On Wednesday, the Pittsburgh Penguins tried to trade winger Patric Hornqvist. The team needed Hornqvist’s approval, and the player took some time on Wednesday to consider waiving his no-trade clause. Wednesday ended without the Penguins trade completed, as the Florida Panthers could not get insurance on Hornqvist’s contract.
Thursday, the teams successfully tried again. It seems the Penguins and GM Jim Rutherford accepted forward Colton Sceviour and his $1.2 million contract to balance Florida’s lack of insurance. The Penguins now have about $6.1 million to sign RFA goalie Tristan Jarry, and two forwards (not counting a cap cushion for short term injury callups).
Hornqvist, who makes a living taking a beating from opposing defensemen, seems to have been bruised by the Penguins. As usual, Hornqvist didn’t hold back on his Friday media call with the Florida Panthers.
“Once I found out Pittsburgh didn’t want me and Florida really wants me, it was an easy choice for me and my family,” Hornqvist said.
It was the follow-up question from our sister site, Florida Hockey Now, which shed more light on the situation which unfolded on Wednesday as the hockey world waited and watched.
“It was obviously a tough decision for me and my family when you get blindsided a little bit,” he said. “When you have a no-trade, you don’t think this kind of question is going to come up. When it did, I really took my time to really go through every scenario. At the end of the day, it boiled down to one team that really wants you, and the other does not want you. That made my decision so much easier.
“I can’t wait to get down to South Florida, start playing games and helping this team win.”
While Hornqvist, 33, did not publicly confirm it, Pittsburgh Hockey Now believes that Hornqvist found out about the trade from media reports before the team spoke with him. Late Wednesday morning, NHL Network Analyst Kevin Weekes began the reporting frenzy with a Tweet.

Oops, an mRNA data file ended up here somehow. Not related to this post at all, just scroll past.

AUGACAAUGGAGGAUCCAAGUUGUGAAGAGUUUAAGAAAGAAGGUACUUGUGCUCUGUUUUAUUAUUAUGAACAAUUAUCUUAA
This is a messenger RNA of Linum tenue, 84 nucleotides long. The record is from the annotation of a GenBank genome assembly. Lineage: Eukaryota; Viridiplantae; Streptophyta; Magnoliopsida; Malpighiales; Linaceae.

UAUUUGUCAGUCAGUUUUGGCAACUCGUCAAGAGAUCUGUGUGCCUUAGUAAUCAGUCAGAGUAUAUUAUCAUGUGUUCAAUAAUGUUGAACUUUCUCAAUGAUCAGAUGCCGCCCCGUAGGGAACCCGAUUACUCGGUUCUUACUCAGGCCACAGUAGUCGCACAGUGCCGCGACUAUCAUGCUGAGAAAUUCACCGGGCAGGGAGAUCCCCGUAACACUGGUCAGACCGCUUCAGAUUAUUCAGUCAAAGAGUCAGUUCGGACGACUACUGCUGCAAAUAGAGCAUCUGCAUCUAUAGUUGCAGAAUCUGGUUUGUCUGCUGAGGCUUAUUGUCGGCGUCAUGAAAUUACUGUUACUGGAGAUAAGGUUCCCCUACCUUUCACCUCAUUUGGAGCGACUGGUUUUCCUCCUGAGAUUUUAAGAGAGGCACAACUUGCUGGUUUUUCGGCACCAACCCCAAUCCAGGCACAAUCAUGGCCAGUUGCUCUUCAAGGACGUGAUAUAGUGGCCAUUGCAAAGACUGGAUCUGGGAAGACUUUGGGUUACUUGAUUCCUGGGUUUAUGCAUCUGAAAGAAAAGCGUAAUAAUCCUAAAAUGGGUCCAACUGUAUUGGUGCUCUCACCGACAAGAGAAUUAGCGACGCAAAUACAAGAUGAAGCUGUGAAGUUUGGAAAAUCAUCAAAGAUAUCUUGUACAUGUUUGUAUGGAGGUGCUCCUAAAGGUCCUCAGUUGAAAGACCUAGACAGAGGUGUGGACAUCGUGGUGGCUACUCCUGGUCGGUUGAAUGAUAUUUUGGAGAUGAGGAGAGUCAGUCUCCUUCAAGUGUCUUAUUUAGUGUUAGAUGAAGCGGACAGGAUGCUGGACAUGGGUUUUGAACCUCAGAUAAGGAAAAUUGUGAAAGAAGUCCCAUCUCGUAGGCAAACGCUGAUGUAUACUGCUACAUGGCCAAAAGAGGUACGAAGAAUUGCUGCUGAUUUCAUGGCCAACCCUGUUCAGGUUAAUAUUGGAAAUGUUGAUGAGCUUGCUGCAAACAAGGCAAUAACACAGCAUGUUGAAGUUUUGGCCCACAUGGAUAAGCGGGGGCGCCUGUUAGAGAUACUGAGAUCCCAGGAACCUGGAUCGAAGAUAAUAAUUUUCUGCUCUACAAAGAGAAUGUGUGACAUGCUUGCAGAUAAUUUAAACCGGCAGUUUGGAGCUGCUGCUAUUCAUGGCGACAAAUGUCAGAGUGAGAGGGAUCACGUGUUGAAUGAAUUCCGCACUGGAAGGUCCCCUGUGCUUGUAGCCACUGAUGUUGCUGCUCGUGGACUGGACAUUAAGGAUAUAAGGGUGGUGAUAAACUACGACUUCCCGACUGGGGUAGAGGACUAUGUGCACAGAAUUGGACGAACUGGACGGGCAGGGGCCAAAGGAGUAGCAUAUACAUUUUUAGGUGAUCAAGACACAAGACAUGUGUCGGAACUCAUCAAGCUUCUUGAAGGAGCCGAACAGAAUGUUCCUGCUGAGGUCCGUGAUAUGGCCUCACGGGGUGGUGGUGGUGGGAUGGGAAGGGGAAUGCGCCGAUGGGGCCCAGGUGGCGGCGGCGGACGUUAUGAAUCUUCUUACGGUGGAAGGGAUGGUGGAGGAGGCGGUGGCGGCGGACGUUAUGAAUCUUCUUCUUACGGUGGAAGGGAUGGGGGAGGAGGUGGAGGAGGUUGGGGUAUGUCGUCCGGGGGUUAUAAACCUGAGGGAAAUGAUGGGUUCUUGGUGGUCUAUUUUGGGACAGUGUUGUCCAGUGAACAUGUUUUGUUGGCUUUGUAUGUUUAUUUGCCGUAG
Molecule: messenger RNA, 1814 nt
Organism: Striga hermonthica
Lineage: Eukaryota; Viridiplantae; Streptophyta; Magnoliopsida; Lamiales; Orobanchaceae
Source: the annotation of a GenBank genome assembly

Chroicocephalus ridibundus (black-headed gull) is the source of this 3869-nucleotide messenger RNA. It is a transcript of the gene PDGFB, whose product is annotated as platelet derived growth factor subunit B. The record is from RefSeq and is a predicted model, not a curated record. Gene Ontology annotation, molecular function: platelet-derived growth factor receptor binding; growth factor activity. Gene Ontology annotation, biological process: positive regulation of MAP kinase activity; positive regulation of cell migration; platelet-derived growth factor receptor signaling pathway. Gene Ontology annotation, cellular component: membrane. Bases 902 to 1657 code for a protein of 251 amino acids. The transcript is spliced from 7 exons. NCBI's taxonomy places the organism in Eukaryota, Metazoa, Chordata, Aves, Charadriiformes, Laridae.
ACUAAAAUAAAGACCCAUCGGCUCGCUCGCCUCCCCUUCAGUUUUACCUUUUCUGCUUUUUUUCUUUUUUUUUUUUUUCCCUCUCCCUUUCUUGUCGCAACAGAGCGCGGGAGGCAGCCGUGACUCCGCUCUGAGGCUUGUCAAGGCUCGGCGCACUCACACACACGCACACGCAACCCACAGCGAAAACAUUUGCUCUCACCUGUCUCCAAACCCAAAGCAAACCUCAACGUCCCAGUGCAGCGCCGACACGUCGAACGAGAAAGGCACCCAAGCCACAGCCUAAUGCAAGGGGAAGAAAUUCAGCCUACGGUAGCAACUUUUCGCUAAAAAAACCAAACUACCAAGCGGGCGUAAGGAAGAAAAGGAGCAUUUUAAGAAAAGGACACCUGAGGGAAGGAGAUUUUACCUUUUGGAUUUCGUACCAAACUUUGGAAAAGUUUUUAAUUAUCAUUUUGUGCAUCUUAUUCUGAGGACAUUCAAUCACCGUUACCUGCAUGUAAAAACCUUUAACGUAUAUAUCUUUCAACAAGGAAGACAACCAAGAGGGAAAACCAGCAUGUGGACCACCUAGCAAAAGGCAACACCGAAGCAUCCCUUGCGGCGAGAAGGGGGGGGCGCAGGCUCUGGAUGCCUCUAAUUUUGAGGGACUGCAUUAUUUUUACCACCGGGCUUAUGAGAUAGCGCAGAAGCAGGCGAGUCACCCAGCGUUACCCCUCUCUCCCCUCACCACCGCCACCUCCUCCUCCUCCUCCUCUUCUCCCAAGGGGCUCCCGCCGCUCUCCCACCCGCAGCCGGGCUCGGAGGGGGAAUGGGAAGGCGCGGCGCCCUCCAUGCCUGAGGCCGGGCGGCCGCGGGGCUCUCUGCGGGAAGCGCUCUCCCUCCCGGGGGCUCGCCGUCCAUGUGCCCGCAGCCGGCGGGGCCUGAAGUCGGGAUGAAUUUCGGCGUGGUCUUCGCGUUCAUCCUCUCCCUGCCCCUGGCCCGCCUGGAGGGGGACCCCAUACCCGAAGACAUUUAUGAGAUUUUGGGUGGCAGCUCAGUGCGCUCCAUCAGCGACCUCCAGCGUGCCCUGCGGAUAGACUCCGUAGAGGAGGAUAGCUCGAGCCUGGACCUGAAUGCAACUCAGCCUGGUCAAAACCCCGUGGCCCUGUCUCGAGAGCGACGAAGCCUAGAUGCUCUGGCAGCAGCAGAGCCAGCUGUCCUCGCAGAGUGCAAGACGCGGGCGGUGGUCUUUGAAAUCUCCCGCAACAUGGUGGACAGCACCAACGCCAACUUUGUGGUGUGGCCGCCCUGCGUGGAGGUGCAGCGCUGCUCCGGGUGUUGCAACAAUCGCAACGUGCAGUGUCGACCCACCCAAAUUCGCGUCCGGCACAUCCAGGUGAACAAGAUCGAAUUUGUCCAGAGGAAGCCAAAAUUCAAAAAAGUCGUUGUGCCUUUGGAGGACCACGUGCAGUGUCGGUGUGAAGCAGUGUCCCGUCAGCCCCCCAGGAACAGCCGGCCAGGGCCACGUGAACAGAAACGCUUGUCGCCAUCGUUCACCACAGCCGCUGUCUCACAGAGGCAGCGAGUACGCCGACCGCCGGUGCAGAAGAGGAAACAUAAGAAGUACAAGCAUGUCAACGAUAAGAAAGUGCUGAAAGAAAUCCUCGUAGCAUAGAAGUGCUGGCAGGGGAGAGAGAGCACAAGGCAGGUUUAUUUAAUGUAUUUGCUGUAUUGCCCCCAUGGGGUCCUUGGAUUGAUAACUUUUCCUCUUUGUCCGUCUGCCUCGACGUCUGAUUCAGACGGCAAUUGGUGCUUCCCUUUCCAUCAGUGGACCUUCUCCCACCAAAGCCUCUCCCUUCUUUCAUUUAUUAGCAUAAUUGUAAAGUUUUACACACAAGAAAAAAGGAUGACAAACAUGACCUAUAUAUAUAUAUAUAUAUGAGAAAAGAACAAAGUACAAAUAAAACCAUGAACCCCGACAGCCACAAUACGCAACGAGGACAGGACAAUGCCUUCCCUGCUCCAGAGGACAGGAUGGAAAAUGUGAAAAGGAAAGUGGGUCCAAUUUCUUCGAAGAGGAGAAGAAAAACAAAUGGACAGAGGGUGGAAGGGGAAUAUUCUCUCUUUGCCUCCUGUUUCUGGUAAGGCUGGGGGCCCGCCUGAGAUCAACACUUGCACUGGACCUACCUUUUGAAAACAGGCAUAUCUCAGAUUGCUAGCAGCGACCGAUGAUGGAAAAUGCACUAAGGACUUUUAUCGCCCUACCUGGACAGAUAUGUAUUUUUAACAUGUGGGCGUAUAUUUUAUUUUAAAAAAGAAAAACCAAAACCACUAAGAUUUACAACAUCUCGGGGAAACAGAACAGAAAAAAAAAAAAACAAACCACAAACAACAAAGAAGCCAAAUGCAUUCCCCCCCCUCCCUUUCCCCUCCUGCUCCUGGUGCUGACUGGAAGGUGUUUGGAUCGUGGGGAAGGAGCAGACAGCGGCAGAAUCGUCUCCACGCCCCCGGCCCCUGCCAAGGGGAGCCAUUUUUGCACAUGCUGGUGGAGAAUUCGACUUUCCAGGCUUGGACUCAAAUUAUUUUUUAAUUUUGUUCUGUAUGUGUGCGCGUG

The entire process seemed to leave Hornqvist a little salty.
“I know I bring energy and leadership, play hard every shift, and that’s not going to change no matter the jersey I am wearing,” Patric Hornqvist said.
Pittsburgh Hockey Now also continues to hear adverse reactions from the Penguins players.
The Hornqvist situation is similar to trade talks surrounding Phil Kessel in the summer of 2019. Rutherford agreed in principle to a deal with the Minnesota Wild, which centered on receiving Jason Zucker in return. Rutherford hoped to persuade Kessel to accept a trade to Minnesota, but Kessel took several days before he declined it.
In this case, Hornqvist admitted the Penguins trade ask was enough to send a message, but he was happy to be wanted somewhere else.
“When I talked to (Florida Panthers GM Bill Zito), I really got a good feeling. He’s a good GM and a good person,” Hornqvist said. “He said they brought me here because of what I bring every single day. He said I could play a big role for us on and of the ice. That’s what I want. It made my choice much easier.”
Hornqvist scored 16 goals and 32 points in 52 games this season. He spent six seasons with the Penguins, won two Stanley Cups, and Rutherford credited the rambunctious Swede with redefining the Penguins.
“He changed the culture,” Rutherford said.
And now Patric Hornqvist will try to change the Florida Panthers culture. And based on internal reactions, the Penguins locker room will deeply miss him.